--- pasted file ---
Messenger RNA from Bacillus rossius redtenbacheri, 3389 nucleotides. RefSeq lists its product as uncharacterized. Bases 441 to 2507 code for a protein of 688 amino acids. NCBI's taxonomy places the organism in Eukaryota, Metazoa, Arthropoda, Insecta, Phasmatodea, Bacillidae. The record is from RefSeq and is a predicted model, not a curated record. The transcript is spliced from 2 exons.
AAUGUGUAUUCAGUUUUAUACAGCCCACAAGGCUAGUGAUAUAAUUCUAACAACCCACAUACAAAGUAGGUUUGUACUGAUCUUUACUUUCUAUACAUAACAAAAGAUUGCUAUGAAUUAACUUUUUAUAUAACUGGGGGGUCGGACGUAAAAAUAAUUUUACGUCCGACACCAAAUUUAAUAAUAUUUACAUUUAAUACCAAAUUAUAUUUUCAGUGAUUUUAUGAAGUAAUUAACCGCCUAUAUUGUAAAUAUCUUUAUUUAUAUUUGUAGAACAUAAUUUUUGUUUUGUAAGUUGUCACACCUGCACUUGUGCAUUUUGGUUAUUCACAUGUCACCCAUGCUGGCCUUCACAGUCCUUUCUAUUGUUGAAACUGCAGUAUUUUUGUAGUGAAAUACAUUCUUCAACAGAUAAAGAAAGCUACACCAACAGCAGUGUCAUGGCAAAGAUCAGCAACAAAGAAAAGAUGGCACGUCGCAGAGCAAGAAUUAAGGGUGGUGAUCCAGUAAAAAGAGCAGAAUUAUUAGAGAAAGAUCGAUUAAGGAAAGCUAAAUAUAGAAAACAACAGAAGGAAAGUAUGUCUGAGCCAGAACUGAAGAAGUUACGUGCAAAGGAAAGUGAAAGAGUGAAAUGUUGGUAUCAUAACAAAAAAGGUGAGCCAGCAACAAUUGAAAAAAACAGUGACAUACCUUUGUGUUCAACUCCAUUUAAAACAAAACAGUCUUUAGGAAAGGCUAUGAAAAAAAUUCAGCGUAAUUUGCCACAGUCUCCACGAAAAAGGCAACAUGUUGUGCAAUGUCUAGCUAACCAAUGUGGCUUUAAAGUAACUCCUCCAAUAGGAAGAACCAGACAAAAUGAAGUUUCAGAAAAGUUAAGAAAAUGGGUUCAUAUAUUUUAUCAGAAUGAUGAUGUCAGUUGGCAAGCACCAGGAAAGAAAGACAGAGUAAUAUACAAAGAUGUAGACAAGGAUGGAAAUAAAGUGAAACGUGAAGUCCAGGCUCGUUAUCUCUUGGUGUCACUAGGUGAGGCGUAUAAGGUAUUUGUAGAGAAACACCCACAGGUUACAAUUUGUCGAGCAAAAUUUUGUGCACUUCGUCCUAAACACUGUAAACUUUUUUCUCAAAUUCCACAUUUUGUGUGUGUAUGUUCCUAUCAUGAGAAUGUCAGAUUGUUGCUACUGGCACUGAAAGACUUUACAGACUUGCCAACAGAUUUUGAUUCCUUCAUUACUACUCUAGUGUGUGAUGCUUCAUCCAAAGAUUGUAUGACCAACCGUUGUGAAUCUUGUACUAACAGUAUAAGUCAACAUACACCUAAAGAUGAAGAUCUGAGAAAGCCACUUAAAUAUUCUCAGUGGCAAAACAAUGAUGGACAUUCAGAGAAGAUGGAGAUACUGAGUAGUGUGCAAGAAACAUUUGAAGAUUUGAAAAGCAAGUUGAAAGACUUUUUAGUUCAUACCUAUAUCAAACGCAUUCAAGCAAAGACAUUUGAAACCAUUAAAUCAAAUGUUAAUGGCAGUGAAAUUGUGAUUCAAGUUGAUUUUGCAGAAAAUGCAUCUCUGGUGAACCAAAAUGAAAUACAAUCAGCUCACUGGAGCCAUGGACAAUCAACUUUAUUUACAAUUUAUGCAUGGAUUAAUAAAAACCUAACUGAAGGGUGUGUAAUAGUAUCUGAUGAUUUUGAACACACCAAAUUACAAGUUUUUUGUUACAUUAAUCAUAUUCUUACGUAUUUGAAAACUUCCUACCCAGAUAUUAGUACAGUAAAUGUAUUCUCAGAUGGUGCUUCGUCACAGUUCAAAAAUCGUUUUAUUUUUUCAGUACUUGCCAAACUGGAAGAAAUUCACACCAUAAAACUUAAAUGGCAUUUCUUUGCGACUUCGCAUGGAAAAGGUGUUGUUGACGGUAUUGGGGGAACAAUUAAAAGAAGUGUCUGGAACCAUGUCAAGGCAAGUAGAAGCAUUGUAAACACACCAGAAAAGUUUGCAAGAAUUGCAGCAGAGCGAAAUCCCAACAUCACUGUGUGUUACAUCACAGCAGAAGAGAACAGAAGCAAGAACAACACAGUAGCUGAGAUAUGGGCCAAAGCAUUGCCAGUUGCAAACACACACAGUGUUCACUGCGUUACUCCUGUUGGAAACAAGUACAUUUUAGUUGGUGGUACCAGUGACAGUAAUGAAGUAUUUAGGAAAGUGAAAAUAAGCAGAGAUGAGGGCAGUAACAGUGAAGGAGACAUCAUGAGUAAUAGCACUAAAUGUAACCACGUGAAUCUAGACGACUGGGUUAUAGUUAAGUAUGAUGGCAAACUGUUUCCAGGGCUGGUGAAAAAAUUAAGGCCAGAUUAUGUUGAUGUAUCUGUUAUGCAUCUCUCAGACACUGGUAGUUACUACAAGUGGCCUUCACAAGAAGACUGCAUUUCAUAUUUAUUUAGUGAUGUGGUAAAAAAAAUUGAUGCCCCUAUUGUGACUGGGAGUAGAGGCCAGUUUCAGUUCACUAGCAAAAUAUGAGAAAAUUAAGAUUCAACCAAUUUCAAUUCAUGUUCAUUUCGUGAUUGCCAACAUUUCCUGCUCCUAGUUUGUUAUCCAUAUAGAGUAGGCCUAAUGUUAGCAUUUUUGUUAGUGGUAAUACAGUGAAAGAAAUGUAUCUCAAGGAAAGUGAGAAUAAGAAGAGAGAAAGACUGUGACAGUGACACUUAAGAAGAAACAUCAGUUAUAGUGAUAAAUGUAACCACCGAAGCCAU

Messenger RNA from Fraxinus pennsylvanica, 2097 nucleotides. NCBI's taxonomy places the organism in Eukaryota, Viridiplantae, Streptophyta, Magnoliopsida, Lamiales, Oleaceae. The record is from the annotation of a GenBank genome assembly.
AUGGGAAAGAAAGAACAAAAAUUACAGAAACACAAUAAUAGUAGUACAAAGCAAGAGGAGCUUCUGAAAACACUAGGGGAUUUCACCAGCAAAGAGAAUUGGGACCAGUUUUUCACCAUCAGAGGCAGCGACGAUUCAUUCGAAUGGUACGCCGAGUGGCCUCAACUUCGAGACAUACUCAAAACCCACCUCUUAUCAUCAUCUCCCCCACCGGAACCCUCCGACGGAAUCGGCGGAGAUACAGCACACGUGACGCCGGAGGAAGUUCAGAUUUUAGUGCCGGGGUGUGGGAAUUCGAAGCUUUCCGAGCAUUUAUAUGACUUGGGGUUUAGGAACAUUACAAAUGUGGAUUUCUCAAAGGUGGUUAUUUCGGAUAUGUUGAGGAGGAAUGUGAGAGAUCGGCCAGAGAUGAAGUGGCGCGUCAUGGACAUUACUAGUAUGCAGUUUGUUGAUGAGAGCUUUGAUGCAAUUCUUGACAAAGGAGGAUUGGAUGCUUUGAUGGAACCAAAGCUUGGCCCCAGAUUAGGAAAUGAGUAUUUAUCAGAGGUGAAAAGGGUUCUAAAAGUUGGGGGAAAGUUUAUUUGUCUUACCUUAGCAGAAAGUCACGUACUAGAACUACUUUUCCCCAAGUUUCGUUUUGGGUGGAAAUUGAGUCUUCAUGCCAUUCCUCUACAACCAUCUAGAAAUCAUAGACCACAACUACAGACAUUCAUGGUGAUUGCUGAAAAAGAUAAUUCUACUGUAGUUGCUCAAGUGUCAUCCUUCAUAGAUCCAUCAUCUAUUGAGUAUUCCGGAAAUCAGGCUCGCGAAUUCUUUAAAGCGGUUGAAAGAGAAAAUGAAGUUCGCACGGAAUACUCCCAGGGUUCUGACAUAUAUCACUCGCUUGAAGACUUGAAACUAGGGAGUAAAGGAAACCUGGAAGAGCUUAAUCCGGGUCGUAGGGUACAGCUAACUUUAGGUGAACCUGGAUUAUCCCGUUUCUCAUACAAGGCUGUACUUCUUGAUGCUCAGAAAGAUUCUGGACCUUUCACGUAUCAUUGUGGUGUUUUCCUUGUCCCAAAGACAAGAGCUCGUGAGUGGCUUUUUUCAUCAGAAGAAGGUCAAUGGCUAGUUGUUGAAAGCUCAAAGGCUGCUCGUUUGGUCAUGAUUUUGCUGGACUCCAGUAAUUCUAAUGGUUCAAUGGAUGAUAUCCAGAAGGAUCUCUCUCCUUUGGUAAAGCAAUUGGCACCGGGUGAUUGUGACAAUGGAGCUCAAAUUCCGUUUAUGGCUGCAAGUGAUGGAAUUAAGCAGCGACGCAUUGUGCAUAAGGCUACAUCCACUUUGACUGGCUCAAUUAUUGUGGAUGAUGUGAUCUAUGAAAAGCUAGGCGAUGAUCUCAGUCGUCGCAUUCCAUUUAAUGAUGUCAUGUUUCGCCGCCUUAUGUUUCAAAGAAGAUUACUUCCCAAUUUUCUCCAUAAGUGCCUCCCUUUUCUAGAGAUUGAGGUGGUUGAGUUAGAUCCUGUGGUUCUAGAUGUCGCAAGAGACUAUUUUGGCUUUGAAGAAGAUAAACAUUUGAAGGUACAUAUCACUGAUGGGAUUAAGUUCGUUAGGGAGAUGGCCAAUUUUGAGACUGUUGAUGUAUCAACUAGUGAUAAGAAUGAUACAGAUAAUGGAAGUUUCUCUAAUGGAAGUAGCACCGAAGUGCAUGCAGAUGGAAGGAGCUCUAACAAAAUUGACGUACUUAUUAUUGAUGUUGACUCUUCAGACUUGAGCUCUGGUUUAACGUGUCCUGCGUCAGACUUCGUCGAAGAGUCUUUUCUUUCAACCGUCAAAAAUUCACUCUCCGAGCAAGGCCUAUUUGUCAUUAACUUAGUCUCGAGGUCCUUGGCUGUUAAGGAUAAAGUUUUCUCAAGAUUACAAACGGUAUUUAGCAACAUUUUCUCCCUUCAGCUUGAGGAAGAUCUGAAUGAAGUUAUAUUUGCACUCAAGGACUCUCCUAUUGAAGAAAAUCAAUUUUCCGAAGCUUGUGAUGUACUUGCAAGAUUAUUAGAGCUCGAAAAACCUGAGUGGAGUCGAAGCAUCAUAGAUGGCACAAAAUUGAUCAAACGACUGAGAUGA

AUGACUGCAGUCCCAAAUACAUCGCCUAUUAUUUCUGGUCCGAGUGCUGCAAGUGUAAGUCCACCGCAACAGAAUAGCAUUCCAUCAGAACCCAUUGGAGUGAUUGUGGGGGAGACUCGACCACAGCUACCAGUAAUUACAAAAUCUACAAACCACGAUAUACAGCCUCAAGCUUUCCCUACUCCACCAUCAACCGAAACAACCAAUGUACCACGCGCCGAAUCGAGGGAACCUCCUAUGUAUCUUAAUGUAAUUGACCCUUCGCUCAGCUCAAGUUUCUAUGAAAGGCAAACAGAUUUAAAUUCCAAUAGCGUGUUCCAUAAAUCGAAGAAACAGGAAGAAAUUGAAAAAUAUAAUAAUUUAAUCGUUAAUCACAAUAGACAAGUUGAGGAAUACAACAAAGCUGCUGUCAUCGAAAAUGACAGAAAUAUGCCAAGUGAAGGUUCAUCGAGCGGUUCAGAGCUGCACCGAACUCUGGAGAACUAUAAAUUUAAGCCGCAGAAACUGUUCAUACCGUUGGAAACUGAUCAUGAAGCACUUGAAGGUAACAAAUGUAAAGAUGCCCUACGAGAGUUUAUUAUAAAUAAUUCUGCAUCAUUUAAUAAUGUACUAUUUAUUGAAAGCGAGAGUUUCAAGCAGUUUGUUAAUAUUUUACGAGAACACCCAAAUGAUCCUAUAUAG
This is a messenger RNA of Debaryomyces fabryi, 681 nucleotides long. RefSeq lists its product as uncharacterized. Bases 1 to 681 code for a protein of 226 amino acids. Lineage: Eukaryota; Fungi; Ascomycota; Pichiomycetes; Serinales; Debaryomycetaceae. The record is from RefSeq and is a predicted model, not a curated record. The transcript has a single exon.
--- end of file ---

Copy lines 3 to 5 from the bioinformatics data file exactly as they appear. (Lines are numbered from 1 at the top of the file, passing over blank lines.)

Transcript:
Messenger RNA from Fraxinus pennsylvanica, 2097 nucleotides. NCBI's taxonomy places the organism in Eukaryota, Viridiplantae, Streptophyta, Magnoliopsida, Lamiales, Oleaceae. The record is from the annotation of a GenBank genome assembly.
AUGGGAAAGAAAGAACAAAAAUUACAGAAACACAAUAAUAGUAGUACAAAGCAAGAGGAGCUUCUGAAAACACUAGGGGAUUUCACCAGCAAAGAGAAUUGGGACCAGUUUUUCACCAUCAGAGGCAGCGACGAUUCAUUCGAAUGGUACGCCGAGUGGCCUCAACUUCGAGACAUACUCAAAACCCACCUCUUAUCAUCAUCUCCCCCACCGGAACCCUCCGACGGAAUCGGCGGAGAUACAGCACACGUGACGCCGGAGGAAGUUCAGAUUUUAGUGCCGGGGUGUGGGAAUUCGAAGCUUUCCGAGCAUUUAUAUGACUUGGGGUUUAGGAACAUUACAAAUGUGGAUUUCUCAAAGGUGGUUAUUUCGGAUAUGUUGAGGAGGAAUGUGAGAGAUCGGCCAGAGAUGAAGUGGCGCGUCAUGGACAUUACUAGUAUGCAGUUUGUUGAUGAGAGCUUUGAUGCAAUUCUUGACAAAGGAGGAUUGGAUGCUUUGAUGGAACCAAAGCUUGGCCCCAGAUUAGGAAAUGAGUAUUUAUCAGAGGUGAAAAGGGUUCUAAAAGUUGGGGGAAAGUUUAUUUGUCUUACCUUAGCAGAAAGUCACGUACUAGAACUACUUUUCCCCAAGUUUCGUUUUGGGUGGAAAUUGAGUCUUCAUGCCAUUCCUCUACAACCAUCUAGAAAUCAUAGACCACAACUACAGACAUUCAUGGUGAUUGCUGAAAAAGAUAAUUCUACUGUAGUUGCUCAAGUGUCAUCCUUCAUAGAUCCAUCAUCUAUUGAGUAUUCCGGAAAUCAGGCUCGCGAAUUCUUUAAAGCGGUUGAAAGAGAAAAUGAAGUUCGCACGGAAUACUCCCAGGGUUCUGACAUAUAUCACUCGCUUGAAGACUUGAAACUAGGGAGUAAAGGAAACCUGGAAGAGCUUAAUCCGGGUCGUAGGGUACAGCUAACUUUAGGUGAACCUGGAUUAUCCCGUUUCUCAUACAAGGCUGUACUUCUUGAUGCUCAGAAAGAUUCUGGACCUUUCACGUAUCAUUGUGGUGUUUUCCUUGUCCCAAAGACAAGAGCUCGUGAGUGGCUUUUUUCAUCAGAAGAAGGUCAAUGGCUAGUUGUUGAAAGCUCAAAGGCUGCUCGUUUGGUCAUGAUUUUGCUGGACUCCAGUAAUUCUAAUGGUUCAAUGGAUGAUAUCCAGAAGGAUCUCUCUCCUUUGGUAAAGCAAUUGGCACCGGGUGAUUGUGACAAUGGAGCUCAAAUUCCGUUUAUGGCUGCAAGUGAUGGAAUUAAGCAGCGACGCAUUGUGCAUAAGGCUACAUCCACUUUGACUGGCUCAAUUAUUGUGGAUGAUGUGAUCUAUGAAAAGCUAGGCGAUGAUCUCAGUCGUCGCAUUCCAUUUAAUGAUGUCAUGUUUCGCCGCCUUAUGUUUCAAAGAAGAUUACUUCCCAAUUUUCUCCAUAAGUGCCUCCCUUUUCUAGAGAUUGAGGUGGUUGAGUUAGAUCCUGUGGUUCUAGAUGUCGCAAGAGACUAUUUUGGCUUUGAAGAAGAUAAACAUUUGAAGGUACAUAUCACUGAUGGGAUUAAGUUCGUUAGGGAGAUGGCCAAUUUUGAGACUGUUGAUGUAUCAACUAGUGAUAAGAAUGAUACAGAUAAUGGAAGUUUCUCUAAUGGAAGUAGCACCGAAGUGCAUGCAGAUGGAAGGAGCUCUAACAAAAUUGACGUACUUAUUAUUGAUGUUGACUCUUCAGACUUGAGCUCUGGUUUAACGUGUCCUGCGUCAGACUUCGUCGAAGAGUCUUUUCUUUCAACCGUCAAAAAUUCACUCUCCGAGCAAGGCCUAUUUGUCAUUAACUUAGUCUCGAGGUCCUUGGCUGUUAAGGAUAAAGUUUUCUCAAGAUUACAAACGGUAUUUAGCAACAUUUUCUCCCUUCAGCUUGAGGAAGAUCUGAAUGAAGUUAUAUUUGCACUCAAGGACUCUCCUAUUGAAGAAAAUCAAUUUUCCGAAGCUUGUGAUGUACUUGCAAGAUUAUUAGAGCUCGAAAAACCUGAGUGGAGUCGAAGCAUCAUAGAUGGCACAAAAUUGAUCAAACGACUGAGAUGA

AUGACUGCAGUCCCAAAUACAUCGCCUAUUAUUUCUGGUCCGAGUGCUGCAAGUGUAAGUCCACCGCAACAGAAUAGCAUUCCAUCAGAACCCAUUGGAGUGAUUGUGGGGGAGACUCGACCACAGCUACCAGUAAUUACAAAAUCUACAAACCACGAUAUACAGCCUCAAGCUUUCCCUACUCCACCAUCAACCGAAACAACCAAUGUACCACGCGCCGAAUCGAGGGAACCUCCUAUGUAUCUUAAUGUAAUUGACCCUUCGCUCAGCUCAAGUUUCUAUGAAAGGCAAACAGAUUUAAAUUCCAAUAGCGUGUUCCAUAAAUCGAAGAAACAGGAAGAAAUUGAAAAAUAUAAUAAUUUAAUCGUUAAUCACAAUAGACAAGUUGAGGAAUACAACAAAGCUGCUGUCAUCGAAAAUGACAGAAAUAUGCCAAGUGAAGGUUCAUCGAGCGGUUCAGAGCUGCACCGAACUCUGGAGAACUAUAAAUUUAAGCCGCAGAAACUGUUCAUACCGUUGGAAACUGAUCAUGAAGCACUUGAAGGUAACAAAUGUAAAGAUGCCCUACGAGAGUUUAUUAUAAAUAAUUCUGCAUCAUUUAAUAAUGUACUAUUUAUUGAAAGCGAGAGUUUCAAGCAGUUUGUUAAUAUUUUACGAGAACACCCAAAUGAUCCUAUAUAG